Capital Commentary is the weekly current-affairs publication of CPJ, written to encourage the pursuit of public justice.
Politics & Prose
June 29, 2012
By Byron Borger
Honoring God in Red or Blue: Approaching Politics
with Humility, Grace, and Reason
Amy Black (Moody)
The Center for Public Justice has several goals. Besides serious reflection and legislative advocacy, the Center helps advance the cause of Christian folks taking their citizenship seriously and more faithfully. For this, we need clear, useful resources that make the case that part of gospel-centered discipleship includes politics. Such vision-casting needs be interesting and accessible. This new book by a respected evangelical scholar and friend of the Center, Amy Black, is a perfect example of just this sort of resource. It is insightful about the Biblical call to enact justice in the public square as well as foundational ideas about political philosophy. Black also explains in interesting ways how bills become laws, how parties work and a bit about basic democratic proceedings. There are good discussion questions after each chapter including some ideas for greater involvement, making this fabulous for small group use or adult education classes. The Center for Public Justice CEO Stephanie Summers also endorses the book, affirming its thoughtful, non-partisan perspective. Summers writes:
For Christian citizens who are weary from the fighting that too often characterizes current engagement in politics and are looking instead for a God-honoring approach, Black's book is a healing balm. The good news: God cares about government and gives it, as well as citizens and other institutions in society, important roles to play and corresponding responsibilities to fulfill. This book invites readers not only to hope again, but to think deeply before deliberately taking action.
and the Community of Creation: An Indigenous Vision
Randy S. Woodley (Eerdmans)
Woodley is a professor at George Fox Seminary and a respected Cherokee Indian, known for his evangelical work on First Nations’ theology. He is a captivating storyteller and good writer; his previous work about ethnic diversity, Living in Color, is excellent. Here, Woodley explores the biblical and theological nature of shalom, making this one of a very few must-read books on the subject. His particular insight, related to his Native American perspective, is how the integrity of creation must be a central part of our understanding of shalom. Rave reviews have come in from various quarters: Howard Snyder calls it “an essential corrective,” and Matthew Sleeth declares it “a beautiful and timely meditation.” Celia Deane-Drummond from Notre Dame says it is “like a breath of fresh air,” and Walter Brueggemann observes that Woodley “precisely describes the lethal social situation we have created and then exposits an alternative way for abundant life. This book shows that there are intellectual, moral resources available for redirecting our political-economic imagination.” Woodley is a serious scriptural teacher who helps us appreciate the biblical vision of creation care within the context of God’s gift of shalom.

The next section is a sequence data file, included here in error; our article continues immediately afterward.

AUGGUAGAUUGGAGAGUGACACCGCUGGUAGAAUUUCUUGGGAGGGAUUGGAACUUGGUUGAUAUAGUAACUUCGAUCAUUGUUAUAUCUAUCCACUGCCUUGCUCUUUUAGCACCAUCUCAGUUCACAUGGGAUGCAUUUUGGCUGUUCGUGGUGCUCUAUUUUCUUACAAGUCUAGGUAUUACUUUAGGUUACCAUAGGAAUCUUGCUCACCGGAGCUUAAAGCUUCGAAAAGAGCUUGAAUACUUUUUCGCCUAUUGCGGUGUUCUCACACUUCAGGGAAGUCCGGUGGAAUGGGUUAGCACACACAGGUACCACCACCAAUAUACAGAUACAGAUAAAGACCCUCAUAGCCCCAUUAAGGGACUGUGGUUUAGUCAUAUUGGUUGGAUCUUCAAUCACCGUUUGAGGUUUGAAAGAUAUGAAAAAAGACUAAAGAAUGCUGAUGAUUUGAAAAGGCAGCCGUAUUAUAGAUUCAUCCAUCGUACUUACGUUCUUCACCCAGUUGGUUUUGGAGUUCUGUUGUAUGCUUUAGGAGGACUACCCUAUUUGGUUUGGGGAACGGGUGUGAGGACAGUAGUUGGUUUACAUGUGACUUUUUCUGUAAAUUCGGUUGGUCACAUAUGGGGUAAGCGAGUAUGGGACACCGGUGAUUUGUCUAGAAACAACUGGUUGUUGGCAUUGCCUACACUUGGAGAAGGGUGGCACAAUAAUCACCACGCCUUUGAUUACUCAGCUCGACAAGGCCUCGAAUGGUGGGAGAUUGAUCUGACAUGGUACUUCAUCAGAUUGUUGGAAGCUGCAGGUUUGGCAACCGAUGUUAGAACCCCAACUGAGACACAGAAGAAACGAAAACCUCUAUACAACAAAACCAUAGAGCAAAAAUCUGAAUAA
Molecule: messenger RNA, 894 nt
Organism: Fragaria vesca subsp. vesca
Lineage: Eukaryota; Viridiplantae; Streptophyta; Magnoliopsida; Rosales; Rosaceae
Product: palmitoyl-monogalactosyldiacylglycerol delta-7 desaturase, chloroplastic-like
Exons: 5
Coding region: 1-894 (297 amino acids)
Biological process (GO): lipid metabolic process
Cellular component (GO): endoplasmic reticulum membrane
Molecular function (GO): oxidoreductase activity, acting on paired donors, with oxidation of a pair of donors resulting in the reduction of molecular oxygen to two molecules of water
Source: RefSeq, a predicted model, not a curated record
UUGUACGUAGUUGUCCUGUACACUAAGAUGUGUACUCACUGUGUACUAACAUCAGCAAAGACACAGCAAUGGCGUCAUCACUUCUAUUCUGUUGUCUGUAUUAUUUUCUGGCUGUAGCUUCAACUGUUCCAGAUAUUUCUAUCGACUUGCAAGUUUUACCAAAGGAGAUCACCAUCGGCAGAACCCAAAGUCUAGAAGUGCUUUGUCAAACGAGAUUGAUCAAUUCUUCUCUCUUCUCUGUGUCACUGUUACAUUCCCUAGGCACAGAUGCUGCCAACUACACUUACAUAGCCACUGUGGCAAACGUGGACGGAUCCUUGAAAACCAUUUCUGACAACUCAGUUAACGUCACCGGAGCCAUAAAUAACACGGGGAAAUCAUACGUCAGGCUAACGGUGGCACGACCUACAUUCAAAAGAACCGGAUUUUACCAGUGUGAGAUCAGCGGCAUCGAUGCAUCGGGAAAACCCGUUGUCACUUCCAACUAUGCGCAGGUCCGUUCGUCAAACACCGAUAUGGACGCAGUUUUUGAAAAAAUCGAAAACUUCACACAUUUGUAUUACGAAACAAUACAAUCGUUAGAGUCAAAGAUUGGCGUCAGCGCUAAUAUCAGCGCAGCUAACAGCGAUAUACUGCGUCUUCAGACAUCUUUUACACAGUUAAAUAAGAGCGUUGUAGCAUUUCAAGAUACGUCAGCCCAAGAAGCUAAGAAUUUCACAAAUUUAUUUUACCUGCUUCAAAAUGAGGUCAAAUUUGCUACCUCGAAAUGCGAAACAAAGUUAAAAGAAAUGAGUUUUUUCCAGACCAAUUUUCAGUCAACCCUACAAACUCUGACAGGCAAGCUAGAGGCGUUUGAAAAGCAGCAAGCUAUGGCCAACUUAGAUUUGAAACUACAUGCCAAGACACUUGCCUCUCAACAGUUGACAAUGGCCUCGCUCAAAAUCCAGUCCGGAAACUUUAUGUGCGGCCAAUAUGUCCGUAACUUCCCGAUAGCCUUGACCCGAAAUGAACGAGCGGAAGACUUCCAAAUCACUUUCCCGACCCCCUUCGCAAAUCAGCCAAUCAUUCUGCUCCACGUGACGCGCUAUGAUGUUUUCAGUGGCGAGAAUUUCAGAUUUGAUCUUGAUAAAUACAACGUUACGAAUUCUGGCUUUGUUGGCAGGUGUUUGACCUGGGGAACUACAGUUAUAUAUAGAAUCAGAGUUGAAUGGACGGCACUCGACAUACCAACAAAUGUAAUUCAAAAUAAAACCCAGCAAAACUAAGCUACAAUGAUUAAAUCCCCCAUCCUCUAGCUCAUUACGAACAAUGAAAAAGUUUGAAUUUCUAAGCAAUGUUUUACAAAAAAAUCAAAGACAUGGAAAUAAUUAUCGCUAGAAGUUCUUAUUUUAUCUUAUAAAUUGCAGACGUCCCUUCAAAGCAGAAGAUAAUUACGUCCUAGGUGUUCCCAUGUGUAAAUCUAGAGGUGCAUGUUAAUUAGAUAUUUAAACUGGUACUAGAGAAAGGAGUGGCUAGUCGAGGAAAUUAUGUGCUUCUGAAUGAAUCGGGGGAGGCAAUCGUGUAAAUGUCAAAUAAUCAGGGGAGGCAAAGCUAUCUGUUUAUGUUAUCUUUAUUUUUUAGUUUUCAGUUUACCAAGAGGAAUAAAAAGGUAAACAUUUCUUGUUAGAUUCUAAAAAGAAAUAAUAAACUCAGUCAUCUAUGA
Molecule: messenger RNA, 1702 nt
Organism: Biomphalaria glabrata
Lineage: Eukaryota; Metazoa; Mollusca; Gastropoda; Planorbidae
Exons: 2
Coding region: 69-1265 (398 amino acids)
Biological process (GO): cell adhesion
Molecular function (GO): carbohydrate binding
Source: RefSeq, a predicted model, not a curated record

Price of the Ticket: Barack Obama and the Rise and Decline of Black
Frederick C. Harris (Oxford University Press)
The Center for Public Justice had its earliest days as a political movement largely within the immigrant community found within the Dutch Christian Reformed Church; we have long appreciated others, rooted in a particular cultural and philosophical situation, who also have unique political aspirations about the public good. It should come as no surprise that many of us—because of our shared position as outsiders to mainstream political practice and because of a direct interest in racial justice—have paid close attention to “black politics.” Harris is a distinguished professor at Columbia University. In this work, he ruminates on the ironic reality that in many ways, President Barack Obama earned his way into the White House by distancing himself from historic black politics, at some cost to black America. Whether this “post-racial” movement was wise or healthy remains an important question, but Harris asks other questions, as well: What will become of the historic movement of minority voices doing specifically African-American-centric politics? What will become of the black caucus in the U.S. Congress? What will become of the political coalitions and grass roots activism that have marked the African American community in the past? This narrative is wonderfully written, informative and important, if admittedly perplexing. Richard Iton writes that “it will quickly become the gold standard for studies of the Obama presidency through the lens of race.”
—Byron Borger runs Hearts & Minds Books. Capital Commentary readers can get a 20% discount on books listed here by ordering through Hearts & Minds.
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Capital Commentary is a weekly current-affairs publication of the Center for Public Justice. Published since 1996, it is written to encourage the pursuit of justice. Commentaries do not necessarily represent an official position of the Center for Public Justice but are intended to help advance discussion. Articles, with attribution, may be republished according to our publishing guidelines.”